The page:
A mother and daughter with little background in Jewish learning wanted to explore Jewish prayer together with their TorahTutors tutor. They began with the question: “If you had never heard of prayer, would it occur to you to do it?”
A midrash suggests it did occur to the first human in the world, and that God waited to fully create vegetation until Adam recognized a need and thought to pray for rain. (See Rashi’s comments on Genesis 2:5.) This midrash served as a springboard to discuss the role and experience of prayer in human life. They then narrowed their discussion to specifically Jewish prayer traditions: Berachot 26b tells us it also occurred to each of the three Patriarchs to pray, each of them at a different time of day, paving the way for the later Sages to establish three daily prayer services.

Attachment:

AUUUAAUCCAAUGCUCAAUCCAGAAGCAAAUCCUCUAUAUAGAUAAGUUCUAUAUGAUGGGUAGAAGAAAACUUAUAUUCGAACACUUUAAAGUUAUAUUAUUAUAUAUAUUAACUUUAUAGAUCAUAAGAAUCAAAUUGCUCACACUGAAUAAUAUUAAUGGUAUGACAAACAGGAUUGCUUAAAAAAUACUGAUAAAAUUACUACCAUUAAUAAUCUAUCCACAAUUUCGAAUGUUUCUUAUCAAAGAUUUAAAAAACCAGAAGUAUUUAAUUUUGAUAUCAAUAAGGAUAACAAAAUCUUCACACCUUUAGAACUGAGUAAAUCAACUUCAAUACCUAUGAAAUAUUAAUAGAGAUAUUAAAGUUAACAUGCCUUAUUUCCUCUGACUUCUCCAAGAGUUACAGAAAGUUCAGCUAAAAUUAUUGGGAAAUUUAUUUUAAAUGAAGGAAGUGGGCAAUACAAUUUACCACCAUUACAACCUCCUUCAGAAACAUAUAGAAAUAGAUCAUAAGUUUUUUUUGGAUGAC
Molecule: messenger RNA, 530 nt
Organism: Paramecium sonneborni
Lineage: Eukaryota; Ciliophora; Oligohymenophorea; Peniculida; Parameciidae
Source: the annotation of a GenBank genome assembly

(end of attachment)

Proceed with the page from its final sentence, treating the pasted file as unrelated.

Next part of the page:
In addition to the different times of day, the prayer of each of the Patriarchs is connected to a different word in the Torah text: Avraham “stood” before God (Gen. 19:26); Yitzchak “conversed” (ibid. 24:63); and Yaakov “encountered” (ibid. 28:10).
What kind of prayer experience is suggested by each of these verbs?
Prayer, Torah study – these are experiences that contain both universal and individual elements.
Check out TorahTutors.org to see what kind of individualized Torah learning experiences are possible with our educators – about prayer or anything else, whatever your background.
A Tuesday TorahTutors Tidbit: Real Torah, from real TorahTutors sessions.